[Case] presents no evidence refuting the government's assertion; indeed, in his reply brief he appears to accept it, which dooms his request for a Franks hearing based on deception. . . . 

Instead, he indicates that RoundUp may have been running unattended at the time of the downloads from his computer and argues that an evidentiary hearing is required to determine the reach of this program, how it was used in his case, and whether it is reliable.

U.S. v. Case, supra.  

He then addressed Case’s argument regarding RoundUp’s invading private spaces:

Relying on the articles written by RoundUp's creators, [he] contends that the program surreptitiously enters the private spaces of a target's computer and inserts data into those private spaces. I cannot find any support for that claim in the articles. The authors state: `No unauthorized access to the target's machine is required; tags are inserted in the normal function of a system.’ . . .  

The authors also suggest that the hash value of the tag be provided to the magistrate as part of the search warrant application . . . which controverts [Case’s] claim that agents using the program are instructed to conceal their activities. The articles provide no non-speculative basis for believing that RoundUp may be used to invade private spaces. Nor do the articles discuss tagging in relation to the `Ares’ P2P network, which was used in the present case.

Based on materials defendant previously submitted, it appears that RoundUp for Ares was developed by the Ontario Provincial Police, rather than the computer science professors who wrote the articles upon which [Case] now relies. . . .

In any event, even if RoundUp could be used improperly, [he] makes no claim that the government invaded the private spaces of his computer, to insert tags or to search for evidence, despite the fact that he had forensic experts examine the computer. He admits that he does not know whether tagging was even being used at the time his computer was accessed

[Case] asks for a hearing so the court can determine whether agents used the program to enter the unshared space on his computer, but the district court is required to hold a hearing on a motion to suppress only if the defendant's allegations are sufficiently definite, specific, non-conjectural, and detailed. U.S. v. Curlin, 638 F.3d 562 (U.S. Court of Appeals for the 7th Circuit 2011).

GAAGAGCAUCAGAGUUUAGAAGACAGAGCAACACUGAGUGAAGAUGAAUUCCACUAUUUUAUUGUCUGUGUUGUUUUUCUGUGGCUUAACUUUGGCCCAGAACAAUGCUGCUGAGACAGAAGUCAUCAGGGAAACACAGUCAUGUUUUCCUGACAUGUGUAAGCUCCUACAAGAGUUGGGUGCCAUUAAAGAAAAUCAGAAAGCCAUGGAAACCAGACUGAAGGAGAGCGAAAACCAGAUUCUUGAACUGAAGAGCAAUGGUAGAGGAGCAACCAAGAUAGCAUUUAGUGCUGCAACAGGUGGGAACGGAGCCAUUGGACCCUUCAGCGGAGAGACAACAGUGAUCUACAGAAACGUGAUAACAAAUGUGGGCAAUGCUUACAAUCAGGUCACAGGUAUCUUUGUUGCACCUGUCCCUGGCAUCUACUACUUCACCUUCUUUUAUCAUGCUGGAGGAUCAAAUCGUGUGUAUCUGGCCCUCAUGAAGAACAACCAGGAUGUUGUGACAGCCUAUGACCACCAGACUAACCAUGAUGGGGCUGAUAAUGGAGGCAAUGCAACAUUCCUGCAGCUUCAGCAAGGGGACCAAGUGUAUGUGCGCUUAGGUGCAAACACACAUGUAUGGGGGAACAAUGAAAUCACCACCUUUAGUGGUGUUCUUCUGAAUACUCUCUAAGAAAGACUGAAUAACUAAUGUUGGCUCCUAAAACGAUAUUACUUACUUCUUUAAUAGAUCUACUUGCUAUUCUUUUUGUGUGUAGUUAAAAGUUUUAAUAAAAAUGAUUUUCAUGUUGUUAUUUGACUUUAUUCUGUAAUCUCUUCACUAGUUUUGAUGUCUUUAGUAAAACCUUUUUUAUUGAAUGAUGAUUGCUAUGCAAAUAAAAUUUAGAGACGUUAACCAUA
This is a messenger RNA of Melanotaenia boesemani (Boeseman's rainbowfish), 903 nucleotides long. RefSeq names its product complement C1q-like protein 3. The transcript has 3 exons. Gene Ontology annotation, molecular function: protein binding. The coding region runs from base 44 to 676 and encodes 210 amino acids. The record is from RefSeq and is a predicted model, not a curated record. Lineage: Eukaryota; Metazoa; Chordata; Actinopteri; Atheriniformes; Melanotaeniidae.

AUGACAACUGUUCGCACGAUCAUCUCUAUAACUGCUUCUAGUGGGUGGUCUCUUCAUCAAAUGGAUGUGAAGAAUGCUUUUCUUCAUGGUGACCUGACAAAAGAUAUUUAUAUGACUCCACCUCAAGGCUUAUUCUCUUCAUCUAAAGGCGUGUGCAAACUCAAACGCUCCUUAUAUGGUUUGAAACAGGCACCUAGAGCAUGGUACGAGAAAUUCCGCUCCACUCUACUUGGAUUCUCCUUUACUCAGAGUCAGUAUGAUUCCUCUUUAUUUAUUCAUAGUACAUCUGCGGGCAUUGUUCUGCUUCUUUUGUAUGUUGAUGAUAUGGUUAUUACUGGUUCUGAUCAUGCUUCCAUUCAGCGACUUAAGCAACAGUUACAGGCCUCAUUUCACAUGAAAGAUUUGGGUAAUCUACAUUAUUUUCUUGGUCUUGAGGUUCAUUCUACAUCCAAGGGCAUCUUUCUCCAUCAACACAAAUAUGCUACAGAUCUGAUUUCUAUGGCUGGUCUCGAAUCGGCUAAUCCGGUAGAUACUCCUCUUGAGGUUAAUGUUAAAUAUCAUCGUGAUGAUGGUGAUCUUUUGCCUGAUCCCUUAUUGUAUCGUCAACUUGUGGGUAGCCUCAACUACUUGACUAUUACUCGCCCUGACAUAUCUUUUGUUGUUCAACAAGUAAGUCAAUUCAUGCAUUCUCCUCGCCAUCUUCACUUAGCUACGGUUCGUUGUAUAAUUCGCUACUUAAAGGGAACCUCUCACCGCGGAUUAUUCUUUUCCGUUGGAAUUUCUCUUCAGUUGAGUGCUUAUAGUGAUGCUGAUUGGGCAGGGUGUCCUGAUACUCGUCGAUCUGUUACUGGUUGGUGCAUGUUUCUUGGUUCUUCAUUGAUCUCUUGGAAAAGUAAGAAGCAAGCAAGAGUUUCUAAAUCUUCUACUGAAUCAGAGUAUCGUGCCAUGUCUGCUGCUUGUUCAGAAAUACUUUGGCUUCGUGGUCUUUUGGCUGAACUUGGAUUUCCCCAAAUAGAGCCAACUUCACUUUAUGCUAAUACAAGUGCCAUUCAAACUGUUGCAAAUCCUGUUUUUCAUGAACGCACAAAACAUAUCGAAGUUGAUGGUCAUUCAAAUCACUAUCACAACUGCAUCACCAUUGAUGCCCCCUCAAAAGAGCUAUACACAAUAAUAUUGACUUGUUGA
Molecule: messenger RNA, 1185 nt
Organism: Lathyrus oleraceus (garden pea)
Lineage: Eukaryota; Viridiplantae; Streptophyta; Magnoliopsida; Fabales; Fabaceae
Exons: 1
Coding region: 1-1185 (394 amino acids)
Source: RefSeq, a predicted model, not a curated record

Given the speculative nature of [Case’s] claims, there is no need to hold a hearing and no basis for concluding that illegally obtained evidence was used to obtain the warrant. . . .

U.S. v. Case, supra (footnotes omitted).

[Case] notes that, according to the search warrant affidavit, OCE5023 downloaded files from [his] computer between 2:11 a.m. and 3:33 a.m. on November 25, 2012. [He] presents an affidavit from his computer expert, who indicates that the agent-affiant admitted to him that the computer program was running unattended during the time of the downloads. . . .

Even assuming that the program was running unattended at the time of the downloads, [Case] provides no authority in support of his claim that this precludes a finding of probable cause. 

Nor does he claim that the FBI failed to confirm that the material downloaded was, in fact, child pornography. The warrant affidavit includes a detailed description of three of the files. . . .

This is not a situation where a computer program downloaded material believed to be contraband (based on, say, a keyword search or hash values) and no human being looked at the material before a warrant was sought.

The affidavit further indicates that, after the images were downloaded and confirmed to be child pornography, the FBI identified the IP address from which the images were downloaded and, pursuant to a subpoena to the internet service provider, identified defendant as the subscriber. 

This process is sufficiently reliable to support the issuance of the warrant. . . .

Finally, I decline to hold an evidentiary hearing to explore the reliability and capabilities of RoundUp. Hearings on motions to suppress are not granted as a matter of course. U.S. v. Villegas, 388 F.3d 317 (U.S. Court of Appeals for the 7th Circuit 2004).